Well, It Was the Height of Disco

By Jason Priestas on November 13, 2008 at 9:00 pm

The Quad has a fascinating interview with Michael Rosenberg, author of the new book War as They Knew It, a look at Woody Hayes and Bo Schembechler in the turbulent years of Woody's final decade on the sidelines.

While most books on this topic focus solely on the football rivalry between the two, Rosenberg gathers "quite a bit of social history" in the book as well. Woody's friendship with Nixon is explored as are his visits to Vietnam in support of the war. On Woody's use of war metaphors*:

Woody did make that comparison almost every day of his coaching career. These days, whenever somebody compares football to war, the media erupts –- the basic assumption is that the athlete or coach does not appreciate the gravity of real warfare. But Woody certainly appreciated it. He was a Navy captain and military history buff. He never made the comparison lightly, but he did make it constantly.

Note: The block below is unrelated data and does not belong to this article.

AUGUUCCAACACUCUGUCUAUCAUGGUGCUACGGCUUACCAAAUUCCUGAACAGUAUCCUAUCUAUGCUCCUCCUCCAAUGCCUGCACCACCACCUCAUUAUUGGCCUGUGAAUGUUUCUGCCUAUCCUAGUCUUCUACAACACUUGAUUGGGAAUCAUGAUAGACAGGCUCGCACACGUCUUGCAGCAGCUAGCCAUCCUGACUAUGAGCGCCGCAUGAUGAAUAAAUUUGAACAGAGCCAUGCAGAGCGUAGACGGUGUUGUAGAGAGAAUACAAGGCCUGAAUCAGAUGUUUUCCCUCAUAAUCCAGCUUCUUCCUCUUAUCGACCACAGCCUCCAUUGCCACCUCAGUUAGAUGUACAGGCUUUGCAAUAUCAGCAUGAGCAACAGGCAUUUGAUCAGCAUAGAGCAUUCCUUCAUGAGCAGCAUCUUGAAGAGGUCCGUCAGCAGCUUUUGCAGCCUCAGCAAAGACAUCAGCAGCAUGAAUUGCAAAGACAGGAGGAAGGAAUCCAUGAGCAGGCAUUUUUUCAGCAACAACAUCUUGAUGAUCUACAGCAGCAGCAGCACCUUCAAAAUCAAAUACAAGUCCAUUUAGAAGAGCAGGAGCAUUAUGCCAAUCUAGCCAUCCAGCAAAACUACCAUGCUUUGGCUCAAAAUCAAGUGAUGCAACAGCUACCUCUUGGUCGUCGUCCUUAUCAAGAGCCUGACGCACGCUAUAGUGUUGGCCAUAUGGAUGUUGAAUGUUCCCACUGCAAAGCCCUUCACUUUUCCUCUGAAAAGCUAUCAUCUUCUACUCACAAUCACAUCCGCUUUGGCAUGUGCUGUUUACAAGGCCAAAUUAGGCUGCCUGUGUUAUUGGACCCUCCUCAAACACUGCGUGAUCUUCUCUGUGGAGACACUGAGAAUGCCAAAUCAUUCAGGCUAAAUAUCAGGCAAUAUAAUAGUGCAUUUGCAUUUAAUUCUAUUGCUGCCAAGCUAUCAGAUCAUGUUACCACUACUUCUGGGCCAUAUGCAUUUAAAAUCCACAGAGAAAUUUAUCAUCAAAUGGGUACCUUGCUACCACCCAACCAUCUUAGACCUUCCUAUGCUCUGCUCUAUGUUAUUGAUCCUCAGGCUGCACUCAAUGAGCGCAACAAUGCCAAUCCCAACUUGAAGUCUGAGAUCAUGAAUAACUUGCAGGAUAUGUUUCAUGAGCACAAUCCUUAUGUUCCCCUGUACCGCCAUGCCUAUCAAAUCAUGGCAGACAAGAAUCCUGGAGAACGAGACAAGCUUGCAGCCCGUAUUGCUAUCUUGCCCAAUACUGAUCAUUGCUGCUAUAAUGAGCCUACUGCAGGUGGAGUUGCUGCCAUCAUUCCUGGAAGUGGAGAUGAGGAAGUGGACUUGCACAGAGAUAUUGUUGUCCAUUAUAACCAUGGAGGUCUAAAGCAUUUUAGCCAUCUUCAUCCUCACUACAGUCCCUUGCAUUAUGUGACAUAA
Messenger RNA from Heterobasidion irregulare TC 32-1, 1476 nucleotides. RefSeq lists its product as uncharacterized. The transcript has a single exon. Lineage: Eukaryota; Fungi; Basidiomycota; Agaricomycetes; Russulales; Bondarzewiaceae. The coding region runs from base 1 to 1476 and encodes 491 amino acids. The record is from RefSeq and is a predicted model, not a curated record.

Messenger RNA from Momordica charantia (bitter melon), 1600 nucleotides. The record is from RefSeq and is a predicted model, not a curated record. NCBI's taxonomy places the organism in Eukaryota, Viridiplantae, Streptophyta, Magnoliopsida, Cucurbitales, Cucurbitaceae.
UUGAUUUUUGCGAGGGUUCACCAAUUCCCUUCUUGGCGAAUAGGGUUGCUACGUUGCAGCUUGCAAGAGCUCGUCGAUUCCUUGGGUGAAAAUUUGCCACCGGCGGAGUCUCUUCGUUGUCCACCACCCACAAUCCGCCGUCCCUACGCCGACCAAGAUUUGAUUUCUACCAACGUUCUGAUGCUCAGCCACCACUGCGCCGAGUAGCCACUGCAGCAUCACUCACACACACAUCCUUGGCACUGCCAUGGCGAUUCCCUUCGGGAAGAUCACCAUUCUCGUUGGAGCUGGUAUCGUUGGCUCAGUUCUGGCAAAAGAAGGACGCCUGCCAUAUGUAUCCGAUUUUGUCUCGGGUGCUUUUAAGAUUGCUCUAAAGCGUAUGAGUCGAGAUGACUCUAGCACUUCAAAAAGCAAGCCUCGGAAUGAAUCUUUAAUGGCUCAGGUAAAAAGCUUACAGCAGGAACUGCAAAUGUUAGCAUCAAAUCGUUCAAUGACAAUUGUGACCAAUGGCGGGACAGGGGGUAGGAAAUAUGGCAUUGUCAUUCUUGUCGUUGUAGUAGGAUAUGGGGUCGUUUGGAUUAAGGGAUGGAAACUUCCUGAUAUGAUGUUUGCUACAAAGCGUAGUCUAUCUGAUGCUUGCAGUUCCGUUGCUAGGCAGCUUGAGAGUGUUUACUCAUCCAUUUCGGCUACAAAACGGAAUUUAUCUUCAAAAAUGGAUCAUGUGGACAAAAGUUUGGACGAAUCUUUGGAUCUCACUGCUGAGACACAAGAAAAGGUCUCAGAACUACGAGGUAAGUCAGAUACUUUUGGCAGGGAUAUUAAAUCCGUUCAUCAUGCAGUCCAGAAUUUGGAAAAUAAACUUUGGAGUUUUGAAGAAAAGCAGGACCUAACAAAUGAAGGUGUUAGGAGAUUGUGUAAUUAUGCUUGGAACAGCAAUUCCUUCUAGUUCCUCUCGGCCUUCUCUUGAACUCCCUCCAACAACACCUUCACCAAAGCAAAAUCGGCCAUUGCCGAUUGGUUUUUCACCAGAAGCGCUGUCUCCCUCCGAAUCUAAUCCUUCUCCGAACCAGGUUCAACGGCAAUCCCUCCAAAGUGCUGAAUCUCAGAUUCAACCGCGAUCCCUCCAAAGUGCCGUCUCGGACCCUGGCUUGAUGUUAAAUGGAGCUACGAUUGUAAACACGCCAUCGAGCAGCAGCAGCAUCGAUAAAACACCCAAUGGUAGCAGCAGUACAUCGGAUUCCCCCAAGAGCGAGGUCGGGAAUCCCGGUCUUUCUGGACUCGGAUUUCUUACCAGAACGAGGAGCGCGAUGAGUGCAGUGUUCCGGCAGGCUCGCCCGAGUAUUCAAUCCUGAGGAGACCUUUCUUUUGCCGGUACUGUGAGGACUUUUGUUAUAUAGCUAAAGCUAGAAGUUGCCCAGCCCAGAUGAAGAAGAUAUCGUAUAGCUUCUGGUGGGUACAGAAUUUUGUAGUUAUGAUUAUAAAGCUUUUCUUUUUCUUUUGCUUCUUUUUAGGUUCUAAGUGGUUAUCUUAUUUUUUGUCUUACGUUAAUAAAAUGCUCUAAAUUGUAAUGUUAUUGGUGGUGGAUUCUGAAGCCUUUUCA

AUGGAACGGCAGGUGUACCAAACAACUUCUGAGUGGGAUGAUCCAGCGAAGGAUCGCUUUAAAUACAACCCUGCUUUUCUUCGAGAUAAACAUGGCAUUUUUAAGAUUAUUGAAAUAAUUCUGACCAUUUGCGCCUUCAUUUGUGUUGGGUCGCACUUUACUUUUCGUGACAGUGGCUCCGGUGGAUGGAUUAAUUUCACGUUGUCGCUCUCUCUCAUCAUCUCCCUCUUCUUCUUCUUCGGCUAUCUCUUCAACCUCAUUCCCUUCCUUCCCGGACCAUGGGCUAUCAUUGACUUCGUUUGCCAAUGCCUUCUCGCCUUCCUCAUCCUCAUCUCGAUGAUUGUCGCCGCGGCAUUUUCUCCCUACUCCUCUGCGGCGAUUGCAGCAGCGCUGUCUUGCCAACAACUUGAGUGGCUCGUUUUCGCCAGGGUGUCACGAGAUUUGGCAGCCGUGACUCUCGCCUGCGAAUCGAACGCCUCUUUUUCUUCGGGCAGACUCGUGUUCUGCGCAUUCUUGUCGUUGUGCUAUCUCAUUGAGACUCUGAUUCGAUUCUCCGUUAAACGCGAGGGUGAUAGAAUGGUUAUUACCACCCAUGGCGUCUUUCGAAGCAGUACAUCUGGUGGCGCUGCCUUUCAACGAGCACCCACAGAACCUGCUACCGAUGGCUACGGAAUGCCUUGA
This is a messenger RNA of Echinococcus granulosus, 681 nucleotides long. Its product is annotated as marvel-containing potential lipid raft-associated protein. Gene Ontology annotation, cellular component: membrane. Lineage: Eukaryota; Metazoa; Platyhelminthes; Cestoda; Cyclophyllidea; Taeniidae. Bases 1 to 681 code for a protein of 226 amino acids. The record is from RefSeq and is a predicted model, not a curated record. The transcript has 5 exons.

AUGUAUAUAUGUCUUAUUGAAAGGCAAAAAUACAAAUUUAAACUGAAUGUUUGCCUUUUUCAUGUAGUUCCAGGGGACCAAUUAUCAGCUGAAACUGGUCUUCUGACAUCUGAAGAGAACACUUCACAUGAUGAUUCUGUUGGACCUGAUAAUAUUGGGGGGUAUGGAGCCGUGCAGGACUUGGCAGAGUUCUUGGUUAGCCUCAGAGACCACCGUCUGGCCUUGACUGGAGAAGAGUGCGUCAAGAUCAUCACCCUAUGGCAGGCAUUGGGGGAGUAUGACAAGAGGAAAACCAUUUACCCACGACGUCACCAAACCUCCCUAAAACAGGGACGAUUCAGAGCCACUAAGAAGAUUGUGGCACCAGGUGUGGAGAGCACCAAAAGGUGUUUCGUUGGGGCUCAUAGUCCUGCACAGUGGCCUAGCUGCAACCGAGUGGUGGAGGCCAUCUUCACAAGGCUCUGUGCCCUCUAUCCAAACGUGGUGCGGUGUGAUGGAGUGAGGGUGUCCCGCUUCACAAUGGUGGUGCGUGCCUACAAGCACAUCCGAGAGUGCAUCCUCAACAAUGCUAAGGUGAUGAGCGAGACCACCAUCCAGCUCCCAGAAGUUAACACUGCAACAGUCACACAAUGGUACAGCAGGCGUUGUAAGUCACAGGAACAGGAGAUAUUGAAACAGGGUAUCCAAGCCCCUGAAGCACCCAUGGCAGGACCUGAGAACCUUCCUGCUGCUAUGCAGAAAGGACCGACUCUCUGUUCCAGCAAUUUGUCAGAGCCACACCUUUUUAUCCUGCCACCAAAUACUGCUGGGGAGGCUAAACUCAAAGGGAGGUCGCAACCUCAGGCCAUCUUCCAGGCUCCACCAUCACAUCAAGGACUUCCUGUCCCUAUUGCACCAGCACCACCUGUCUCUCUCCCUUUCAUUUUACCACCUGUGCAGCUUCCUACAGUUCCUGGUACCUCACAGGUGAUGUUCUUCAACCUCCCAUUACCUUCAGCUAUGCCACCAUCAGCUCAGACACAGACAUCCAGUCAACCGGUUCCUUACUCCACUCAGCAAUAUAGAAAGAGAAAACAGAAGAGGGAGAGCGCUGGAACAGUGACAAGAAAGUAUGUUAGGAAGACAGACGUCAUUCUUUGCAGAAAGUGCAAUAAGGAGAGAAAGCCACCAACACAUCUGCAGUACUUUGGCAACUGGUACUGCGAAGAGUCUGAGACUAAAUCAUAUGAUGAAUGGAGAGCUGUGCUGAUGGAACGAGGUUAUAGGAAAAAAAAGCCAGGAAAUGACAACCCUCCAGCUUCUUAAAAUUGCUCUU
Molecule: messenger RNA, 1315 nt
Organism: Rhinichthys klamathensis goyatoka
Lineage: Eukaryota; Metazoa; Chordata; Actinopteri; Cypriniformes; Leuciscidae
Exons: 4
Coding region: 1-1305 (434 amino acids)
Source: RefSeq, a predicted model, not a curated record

The rest of the interview is pretty meaty and definitely worth a read. As for the book -- I haven't read it yet, but will be doing so with a quickness after this tantalizing passage:

Q: If you could have interviewed Woody Hayes, what would you have asked him about?

A: My questions would probably be pretty specific: How much did Nixon’s resignation influence his view on quitting his own job? Did he have any idea one of his quarterbacks was doing cocaine in the huddle? How much did his diabetes influence his temper? Then we would just see where the conversation took us.

Believe me, I wish I had the chance to talk to Woody Hayes. As a sportswriter, I’ve had a chance to cover some unusual people, but Woody Hayes is the most fascinating person I have ever covered, and I never even got to talk to him.

I have a pretty good guess who it might have been blowing down in the huddle, but I'm withholding judgement until I find out myself or someone that has read the book or knows of this story fills us in.

* I've often felt nervous putting out the war photoshops on game day because of this potential for criticism, but vets or current members of the military, please know that we don't in any way think the game of football is anywhere near as serious as something like combat. Oh, and many thanks for your service.